Understanding the History and Implications of the Dobbs v. Jackson Women’s Health Organization Decision
The recent ruling by the Supreme Court of the United States (SCOTUS) in the Dobbs v. Jackson Women’s Health Organization case has galvanized groups on both sides of the issue of abortion – and raised concern among several groups that other heretofore constitutional rights may also be struck down in the wake of the Dobbs decision.
But even as the debate rages on between Pro-Choice and Pro-Life advocates, little has been written about the history of abortion in the U.S. – and even less about why so many groups that have nothing to do with abortion are so concerned about the implications of the Dobbs ruling.
In this Part 1 of a four-part series, I will provide an overview of how the U.S. has dealt with the issue of abortion since its founding in 1776. In Part 2, I will delve into the details of the Roe v. Wade decision – and in Part 3, I will explain why the Webb decision has raised such concern within so many disparate groups throughout the country.
In Part 4 of the series, I will describe how various states have chosen to deal with the issue of abortion – and take a look at how the Dobbs decision may impact the upcoming mid-term elections and the 2024 presidential election.
A Historical Overview of Abortion in the U.S.
Although many believe that SCOTUS’ 1973 decision in Roe v. Wade was the beginning of the debate over abortion rights, that is certainly not the case.
In fact, for much of the country’s early history, abortions – at least those that took place in the early portion of pregnancies – were just a part of everyday life.
In her book entitled “When Abortion Was a Crime,” historian Leslie Reagan recounts how abortions were generally allowed under common law – and widely practiced throughout the U.S. – until about 1880.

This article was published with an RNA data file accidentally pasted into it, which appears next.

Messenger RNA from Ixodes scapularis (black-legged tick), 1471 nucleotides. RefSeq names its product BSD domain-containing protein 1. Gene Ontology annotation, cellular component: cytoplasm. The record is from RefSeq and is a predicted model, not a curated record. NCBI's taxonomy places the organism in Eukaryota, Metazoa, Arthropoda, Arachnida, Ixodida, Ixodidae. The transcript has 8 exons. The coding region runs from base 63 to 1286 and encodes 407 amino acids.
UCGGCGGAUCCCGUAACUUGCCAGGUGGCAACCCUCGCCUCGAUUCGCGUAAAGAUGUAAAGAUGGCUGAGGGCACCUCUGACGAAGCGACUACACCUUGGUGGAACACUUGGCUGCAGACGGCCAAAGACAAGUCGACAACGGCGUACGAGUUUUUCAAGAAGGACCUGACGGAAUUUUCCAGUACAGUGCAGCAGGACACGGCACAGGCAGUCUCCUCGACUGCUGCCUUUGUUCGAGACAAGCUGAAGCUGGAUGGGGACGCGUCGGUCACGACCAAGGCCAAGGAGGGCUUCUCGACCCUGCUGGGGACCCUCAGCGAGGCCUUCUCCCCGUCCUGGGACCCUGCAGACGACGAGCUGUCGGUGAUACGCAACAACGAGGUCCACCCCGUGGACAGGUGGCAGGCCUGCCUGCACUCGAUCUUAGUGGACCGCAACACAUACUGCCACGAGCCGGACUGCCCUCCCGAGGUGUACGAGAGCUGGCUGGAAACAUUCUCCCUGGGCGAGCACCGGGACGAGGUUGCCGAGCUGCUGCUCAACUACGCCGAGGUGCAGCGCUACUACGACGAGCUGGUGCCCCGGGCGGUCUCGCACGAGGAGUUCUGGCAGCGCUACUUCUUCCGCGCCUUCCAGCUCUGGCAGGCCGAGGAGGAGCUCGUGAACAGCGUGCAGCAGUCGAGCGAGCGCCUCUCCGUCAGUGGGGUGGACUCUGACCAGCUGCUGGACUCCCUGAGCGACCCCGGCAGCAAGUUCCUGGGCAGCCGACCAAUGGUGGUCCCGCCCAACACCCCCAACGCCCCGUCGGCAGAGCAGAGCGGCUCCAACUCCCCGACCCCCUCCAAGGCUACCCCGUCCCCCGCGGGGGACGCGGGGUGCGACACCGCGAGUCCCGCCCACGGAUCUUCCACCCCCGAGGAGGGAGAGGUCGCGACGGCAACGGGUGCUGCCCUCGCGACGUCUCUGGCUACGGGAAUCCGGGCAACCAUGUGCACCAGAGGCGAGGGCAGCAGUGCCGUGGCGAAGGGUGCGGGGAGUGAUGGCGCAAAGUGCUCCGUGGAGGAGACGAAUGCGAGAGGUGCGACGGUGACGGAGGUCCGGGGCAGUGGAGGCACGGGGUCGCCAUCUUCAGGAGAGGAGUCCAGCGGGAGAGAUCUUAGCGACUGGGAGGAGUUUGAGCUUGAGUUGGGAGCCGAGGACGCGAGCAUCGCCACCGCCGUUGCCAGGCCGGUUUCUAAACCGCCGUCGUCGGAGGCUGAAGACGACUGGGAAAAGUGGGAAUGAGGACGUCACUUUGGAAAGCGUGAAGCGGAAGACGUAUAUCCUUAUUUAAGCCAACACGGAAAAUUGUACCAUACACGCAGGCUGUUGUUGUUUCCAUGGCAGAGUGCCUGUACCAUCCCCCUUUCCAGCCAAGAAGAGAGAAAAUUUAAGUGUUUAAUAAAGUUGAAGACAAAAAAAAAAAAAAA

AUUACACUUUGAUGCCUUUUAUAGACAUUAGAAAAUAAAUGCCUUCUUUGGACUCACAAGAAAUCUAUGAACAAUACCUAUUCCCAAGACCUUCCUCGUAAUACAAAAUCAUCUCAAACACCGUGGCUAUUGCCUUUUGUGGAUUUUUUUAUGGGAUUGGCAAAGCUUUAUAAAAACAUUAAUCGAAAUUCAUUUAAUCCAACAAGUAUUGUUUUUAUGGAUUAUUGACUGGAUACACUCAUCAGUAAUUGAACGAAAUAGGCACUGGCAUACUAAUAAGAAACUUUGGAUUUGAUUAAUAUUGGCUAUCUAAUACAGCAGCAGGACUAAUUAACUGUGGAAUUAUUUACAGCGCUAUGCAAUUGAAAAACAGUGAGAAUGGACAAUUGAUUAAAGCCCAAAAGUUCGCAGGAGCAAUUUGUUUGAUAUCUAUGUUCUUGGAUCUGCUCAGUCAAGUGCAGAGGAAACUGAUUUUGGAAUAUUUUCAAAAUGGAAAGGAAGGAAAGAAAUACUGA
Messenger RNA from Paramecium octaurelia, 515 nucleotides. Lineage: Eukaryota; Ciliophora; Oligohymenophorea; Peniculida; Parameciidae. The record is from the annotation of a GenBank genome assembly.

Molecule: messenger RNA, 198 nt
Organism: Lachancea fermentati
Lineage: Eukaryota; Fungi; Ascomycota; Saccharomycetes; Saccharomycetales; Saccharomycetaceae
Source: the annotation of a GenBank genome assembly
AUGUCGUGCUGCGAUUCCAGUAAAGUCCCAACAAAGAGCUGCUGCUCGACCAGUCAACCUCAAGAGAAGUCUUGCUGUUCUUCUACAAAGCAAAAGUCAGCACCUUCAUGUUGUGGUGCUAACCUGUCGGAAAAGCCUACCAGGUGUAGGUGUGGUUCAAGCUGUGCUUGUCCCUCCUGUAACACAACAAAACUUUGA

During that time period, the only abortions that were deemed to be “illegal” were those that occurred after “quickening” – a somewhat ill-defined term that referred to the moment when a pregnant woman could feel the fetus moving.
As Reagan noted in her above-cited tome, “At conception and the earliest stage of pregnancy, before quickening, no one believed that a human life existed; not even the Catholic Church took this view. Rather, the popular ethic regarding abortion and common law were grounded in the female experience of their own bodies.”
Indeed, it was not until 1869 that the Catholic Church condemned most abortions. In 1895, it went even further and condemned “therapeutic abortions” – which were those that were deemed necessary to save a woman’s life.
The initial push to outlaw abortions in the U.S. was led by the then-fledgling American Medical Association (AMA). As recounted by Reagan, the AMA began a crusade in 1857 to make abortion illegal “out of regular physicians’ desire to win professional power, control medical practice, and restrict their competitors” (e.g., midwives and homeopaths).
The leader of the AMA’s anti-abortion campaign was Dr. Horatio Storer, a graduate of Harvard Medical School who worked primarily – in today’s terminology – as an OB-GYN.
Reagan asserts that Storer was motivated, in part, by his desire to keep women from being accepted as students at the Harvard School of Medicine. According to her, the AMA’s anti-abortion campaign was “antifeminist at its core.”
Another motivating factor for Storer was his concern that the large number of immigrants flowing into the U.S. in the mid-1800s might eventually lead to “Caucasians” becoming a minority of the overall population. Among other things, he argued that the West and South areas of the country should be populated by Whites rather than by Blacks, Catholics, Mexicans, Chinese, or Indians.
In 1873, Congress banned the production and distribution of drugs that were used to induce abortions – and by 1880, most states had passed laws that outlawed all forms of abortion.
Even after abortions were outlawed throughout the country, women continued to obtain them – albeit not from medical doctors. According to the Guttmacher Institute, the annual number of illegal abortions averaged from 200,000 to 1.2 million during the 1950s and 1960s.
In the mid-1960s, the women’s liberation movement began to push for the legalization of abortions. In addition to lobbying state legislatures, women also began to push for the nationwide recognition of a woman’s right to choose whether – and how – to terminate a pregnancy.
Across the country, local groups sprang up to help women who wished to terminate their pregnancy to obtain safe and affordable abortions. In Chicago, IL, a group known simply as “Jane” arranged for more than 11,000 safe abortions in the 4-year period from 1969-1973.
Amidst this backdrop, SCOTUS’ 1973 ruling in Roe v. Wade was hardly a surprise.
But as we shall see, many thought that the Roe v. Wade decision was a ticking time-bomb from the moment it was announced on January 22, 1973.
The following is a historical summary of the major abortion laws – and the major Supreme Court decisions regarding abortion – in the history of the U.S.: